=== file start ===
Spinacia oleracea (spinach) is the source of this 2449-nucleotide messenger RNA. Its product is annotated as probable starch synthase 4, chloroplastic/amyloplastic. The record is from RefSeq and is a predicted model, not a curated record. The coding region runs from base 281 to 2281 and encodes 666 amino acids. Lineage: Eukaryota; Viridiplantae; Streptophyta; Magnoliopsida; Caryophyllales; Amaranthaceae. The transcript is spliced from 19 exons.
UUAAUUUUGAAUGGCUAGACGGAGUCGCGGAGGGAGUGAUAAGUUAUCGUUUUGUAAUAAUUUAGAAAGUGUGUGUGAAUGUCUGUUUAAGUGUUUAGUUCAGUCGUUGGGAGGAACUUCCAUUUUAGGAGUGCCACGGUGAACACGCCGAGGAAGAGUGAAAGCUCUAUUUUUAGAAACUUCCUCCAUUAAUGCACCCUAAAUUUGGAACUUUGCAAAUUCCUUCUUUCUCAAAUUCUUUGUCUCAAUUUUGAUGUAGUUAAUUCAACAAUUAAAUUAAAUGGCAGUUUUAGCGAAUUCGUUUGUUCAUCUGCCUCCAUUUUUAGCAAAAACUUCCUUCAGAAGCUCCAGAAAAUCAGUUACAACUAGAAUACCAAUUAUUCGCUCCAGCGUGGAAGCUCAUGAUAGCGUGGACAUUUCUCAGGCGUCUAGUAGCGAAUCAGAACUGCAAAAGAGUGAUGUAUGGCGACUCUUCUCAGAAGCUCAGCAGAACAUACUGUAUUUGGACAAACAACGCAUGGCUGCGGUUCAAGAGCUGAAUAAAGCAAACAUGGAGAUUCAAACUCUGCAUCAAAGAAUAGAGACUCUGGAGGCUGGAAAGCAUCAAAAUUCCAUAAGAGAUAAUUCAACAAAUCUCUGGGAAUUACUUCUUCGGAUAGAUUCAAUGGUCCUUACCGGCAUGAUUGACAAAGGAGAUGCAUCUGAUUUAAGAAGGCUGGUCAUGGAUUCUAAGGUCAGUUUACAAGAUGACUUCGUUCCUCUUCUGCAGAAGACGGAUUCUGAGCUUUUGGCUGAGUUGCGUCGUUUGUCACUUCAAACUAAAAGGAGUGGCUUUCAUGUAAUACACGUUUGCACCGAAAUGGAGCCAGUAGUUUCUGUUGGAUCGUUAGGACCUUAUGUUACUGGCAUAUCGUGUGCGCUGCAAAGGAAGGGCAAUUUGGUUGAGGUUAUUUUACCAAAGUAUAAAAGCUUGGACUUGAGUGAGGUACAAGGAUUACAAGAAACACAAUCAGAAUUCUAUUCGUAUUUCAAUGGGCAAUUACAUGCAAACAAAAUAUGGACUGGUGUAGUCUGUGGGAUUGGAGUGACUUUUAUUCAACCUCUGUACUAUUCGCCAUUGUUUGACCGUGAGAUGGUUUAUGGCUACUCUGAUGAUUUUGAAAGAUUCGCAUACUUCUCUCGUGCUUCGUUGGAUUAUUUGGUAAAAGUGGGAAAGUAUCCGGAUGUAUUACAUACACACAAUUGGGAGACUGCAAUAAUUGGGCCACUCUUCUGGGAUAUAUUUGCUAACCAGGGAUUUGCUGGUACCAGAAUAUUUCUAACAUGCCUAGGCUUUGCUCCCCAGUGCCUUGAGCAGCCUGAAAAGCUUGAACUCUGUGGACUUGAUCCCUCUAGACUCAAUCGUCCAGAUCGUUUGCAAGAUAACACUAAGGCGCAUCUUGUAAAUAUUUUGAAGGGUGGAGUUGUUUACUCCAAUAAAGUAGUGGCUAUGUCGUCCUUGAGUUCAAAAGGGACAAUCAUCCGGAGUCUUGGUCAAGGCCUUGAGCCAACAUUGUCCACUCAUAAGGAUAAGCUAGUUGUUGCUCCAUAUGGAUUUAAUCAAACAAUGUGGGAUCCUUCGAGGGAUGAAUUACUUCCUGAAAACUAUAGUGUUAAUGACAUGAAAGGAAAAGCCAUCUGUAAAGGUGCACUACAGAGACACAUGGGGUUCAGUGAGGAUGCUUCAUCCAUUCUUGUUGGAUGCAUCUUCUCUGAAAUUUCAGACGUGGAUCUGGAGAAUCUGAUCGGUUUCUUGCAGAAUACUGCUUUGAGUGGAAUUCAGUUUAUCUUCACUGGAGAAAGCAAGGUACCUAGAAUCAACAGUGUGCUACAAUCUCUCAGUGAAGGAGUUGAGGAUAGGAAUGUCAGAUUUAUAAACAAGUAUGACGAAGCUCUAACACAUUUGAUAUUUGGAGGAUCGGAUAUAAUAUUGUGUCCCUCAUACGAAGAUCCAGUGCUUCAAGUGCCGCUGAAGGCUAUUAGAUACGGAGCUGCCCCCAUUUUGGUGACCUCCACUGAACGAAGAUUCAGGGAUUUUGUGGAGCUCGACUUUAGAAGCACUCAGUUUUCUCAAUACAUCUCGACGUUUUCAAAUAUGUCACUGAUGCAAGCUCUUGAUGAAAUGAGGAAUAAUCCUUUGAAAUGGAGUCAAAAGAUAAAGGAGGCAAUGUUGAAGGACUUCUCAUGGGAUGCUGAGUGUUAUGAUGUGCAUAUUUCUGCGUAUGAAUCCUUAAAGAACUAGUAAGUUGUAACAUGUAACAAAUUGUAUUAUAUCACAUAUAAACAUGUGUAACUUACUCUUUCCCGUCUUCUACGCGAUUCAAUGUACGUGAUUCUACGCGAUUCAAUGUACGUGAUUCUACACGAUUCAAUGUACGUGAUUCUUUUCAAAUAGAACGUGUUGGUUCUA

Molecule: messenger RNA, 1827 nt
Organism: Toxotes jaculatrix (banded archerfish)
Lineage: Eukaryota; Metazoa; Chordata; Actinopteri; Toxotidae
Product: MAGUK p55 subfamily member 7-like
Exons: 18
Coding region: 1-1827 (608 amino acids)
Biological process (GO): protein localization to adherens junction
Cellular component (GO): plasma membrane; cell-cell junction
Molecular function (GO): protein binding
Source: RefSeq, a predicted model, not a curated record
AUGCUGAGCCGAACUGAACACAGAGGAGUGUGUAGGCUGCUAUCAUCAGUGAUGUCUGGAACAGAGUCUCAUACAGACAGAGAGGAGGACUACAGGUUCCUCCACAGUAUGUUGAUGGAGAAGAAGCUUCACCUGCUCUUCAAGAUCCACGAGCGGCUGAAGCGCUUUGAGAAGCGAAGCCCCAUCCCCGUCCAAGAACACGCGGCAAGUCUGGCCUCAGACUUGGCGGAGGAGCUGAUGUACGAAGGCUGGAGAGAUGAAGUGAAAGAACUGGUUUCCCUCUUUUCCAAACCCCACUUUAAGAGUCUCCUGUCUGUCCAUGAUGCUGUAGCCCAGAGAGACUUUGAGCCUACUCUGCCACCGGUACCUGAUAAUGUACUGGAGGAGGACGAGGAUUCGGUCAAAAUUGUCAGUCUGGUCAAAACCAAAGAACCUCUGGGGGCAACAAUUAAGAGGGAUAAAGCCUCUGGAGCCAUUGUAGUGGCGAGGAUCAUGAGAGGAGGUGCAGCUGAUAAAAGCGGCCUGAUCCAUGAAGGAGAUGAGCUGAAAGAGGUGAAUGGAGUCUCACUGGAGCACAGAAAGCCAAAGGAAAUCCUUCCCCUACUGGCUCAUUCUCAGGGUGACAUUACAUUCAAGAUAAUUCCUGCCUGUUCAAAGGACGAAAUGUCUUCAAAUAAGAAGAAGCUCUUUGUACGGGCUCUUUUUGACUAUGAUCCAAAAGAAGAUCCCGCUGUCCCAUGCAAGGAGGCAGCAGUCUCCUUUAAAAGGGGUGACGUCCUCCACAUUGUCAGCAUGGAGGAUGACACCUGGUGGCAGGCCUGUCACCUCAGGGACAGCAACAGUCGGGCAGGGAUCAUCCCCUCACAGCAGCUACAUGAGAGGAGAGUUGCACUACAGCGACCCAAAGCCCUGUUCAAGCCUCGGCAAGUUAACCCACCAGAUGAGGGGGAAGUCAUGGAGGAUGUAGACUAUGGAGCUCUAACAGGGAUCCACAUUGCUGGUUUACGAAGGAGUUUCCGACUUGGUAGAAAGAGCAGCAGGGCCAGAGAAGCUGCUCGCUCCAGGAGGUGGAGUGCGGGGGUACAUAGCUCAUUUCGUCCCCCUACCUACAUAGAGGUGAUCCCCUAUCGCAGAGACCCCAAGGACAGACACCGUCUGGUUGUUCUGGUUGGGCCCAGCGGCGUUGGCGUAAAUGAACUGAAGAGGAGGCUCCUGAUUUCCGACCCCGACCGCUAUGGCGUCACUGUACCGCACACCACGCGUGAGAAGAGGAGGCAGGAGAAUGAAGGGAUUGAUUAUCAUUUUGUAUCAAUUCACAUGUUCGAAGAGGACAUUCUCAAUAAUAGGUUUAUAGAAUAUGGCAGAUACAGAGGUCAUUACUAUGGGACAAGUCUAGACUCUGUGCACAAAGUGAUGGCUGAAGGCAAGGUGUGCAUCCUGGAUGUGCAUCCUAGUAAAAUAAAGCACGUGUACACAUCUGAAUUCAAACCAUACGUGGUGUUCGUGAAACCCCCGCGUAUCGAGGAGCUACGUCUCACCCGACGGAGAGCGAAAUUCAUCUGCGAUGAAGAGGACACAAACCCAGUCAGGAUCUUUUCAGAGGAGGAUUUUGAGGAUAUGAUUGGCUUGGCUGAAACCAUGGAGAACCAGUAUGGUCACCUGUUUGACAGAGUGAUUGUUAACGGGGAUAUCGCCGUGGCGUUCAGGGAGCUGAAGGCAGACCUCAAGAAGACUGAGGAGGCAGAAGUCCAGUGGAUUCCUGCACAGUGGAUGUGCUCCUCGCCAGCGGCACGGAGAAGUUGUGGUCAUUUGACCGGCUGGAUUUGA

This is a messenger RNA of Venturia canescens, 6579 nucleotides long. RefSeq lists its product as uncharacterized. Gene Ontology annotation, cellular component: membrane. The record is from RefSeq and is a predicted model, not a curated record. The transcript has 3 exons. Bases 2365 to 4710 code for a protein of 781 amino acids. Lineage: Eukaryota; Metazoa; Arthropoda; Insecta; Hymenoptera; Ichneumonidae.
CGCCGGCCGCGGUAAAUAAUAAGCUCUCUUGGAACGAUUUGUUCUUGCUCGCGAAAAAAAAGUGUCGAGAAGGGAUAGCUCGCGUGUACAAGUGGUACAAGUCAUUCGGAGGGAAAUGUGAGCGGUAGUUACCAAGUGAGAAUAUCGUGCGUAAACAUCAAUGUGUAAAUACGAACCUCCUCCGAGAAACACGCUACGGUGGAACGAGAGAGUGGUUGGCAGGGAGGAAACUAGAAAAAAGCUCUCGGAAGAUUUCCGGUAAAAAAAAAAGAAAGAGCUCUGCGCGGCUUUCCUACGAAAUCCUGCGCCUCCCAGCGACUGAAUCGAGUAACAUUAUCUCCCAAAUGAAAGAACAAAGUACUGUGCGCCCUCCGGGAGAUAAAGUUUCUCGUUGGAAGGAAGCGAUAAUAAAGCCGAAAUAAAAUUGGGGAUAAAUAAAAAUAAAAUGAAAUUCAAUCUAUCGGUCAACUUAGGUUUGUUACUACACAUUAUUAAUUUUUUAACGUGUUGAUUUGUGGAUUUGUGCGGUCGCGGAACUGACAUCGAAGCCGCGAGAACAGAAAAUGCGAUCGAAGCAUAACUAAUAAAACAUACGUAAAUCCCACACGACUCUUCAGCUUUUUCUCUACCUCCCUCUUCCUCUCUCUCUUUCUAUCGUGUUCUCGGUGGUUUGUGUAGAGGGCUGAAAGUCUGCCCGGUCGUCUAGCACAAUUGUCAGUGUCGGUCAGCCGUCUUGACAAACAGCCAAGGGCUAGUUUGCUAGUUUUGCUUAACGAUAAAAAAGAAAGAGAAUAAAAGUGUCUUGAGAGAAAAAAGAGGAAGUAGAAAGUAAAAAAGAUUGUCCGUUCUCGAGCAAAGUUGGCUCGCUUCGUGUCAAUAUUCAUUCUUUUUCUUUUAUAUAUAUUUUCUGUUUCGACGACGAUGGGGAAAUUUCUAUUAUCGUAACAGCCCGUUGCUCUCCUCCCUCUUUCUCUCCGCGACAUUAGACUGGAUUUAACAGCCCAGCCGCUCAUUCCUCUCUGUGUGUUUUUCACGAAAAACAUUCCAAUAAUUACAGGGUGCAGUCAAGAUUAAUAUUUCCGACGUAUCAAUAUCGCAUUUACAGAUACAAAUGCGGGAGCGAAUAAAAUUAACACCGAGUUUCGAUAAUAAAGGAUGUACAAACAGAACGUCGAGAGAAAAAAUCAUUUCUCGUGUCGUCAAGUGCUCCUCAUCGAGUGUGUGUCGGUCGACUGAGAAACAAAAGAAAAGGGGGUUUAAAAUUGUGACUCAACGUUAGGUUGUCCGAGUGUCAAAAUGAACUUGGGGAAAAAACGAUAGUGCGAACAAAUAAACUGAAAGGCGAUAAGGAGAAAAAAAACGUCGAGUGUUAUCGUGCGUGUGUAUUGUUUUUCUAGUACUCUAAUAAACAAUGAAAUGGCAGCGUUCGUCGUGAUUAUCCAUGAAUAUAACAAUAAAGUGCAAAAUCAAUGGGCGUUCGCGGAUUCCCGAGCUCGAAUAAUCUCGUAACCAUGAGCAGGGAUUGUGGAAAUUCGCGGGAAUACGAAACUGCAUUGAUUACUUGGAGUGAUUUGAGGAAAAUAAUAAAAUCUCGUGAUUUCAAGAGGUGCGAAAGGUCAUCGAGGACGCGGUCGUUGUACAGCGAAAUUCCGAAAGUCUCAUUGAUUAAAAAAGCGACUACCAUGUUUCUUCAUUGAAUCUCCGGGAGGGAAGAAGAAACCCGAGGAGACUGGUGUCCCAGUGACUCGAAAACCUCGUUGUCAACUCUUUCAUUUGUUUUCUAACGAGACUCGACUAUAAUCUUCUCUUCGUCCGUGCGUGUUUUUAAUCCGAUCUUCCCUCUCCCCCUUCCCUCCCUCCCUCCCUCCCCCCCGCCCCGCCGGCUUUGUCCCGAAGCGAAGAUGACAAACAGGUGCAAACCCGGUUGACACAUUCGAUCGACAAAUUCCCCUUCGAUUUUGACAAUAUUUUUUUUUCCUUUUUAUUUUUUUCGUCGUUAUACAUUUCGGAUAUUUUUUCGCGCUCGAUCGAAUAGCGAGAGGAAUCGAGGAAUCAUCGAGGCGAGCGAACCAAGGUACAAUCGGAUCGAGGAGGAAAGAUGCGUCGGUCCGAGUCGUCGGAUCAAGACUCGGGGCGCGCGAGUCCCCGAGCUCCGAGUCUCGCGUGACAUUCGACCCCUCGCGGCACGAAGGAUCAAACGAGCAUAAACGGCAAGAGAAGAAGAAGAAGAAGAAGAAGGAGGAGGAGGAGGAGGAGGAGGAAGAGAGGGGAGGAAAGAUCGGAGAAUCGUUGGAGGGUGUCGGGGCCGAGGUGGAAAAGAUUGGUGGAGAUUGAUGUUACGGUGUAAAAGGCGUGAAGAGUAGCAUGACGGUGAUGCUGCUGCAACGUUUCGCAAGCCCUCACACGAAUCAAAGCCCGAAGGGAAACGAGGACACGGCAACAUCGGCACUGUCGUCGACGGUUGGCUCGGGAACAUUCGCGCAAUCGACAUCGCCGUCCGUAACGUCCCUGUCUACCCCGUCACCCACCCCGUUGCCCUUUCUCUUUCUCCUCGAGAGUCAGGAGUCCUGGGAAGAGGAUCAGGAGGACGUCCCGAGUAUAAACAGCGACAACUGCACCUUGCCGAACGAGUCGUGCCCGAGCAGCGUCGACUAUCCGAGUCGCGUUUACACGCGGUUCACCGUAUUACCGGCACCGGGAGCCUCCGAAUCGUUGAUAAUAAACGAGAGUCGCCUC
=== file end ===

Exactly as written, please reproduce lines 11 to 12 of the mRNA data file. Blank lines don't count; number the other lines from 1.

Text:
Molecular function (GO): protein binding
Source: RefSeq, a predicted model, not a curated record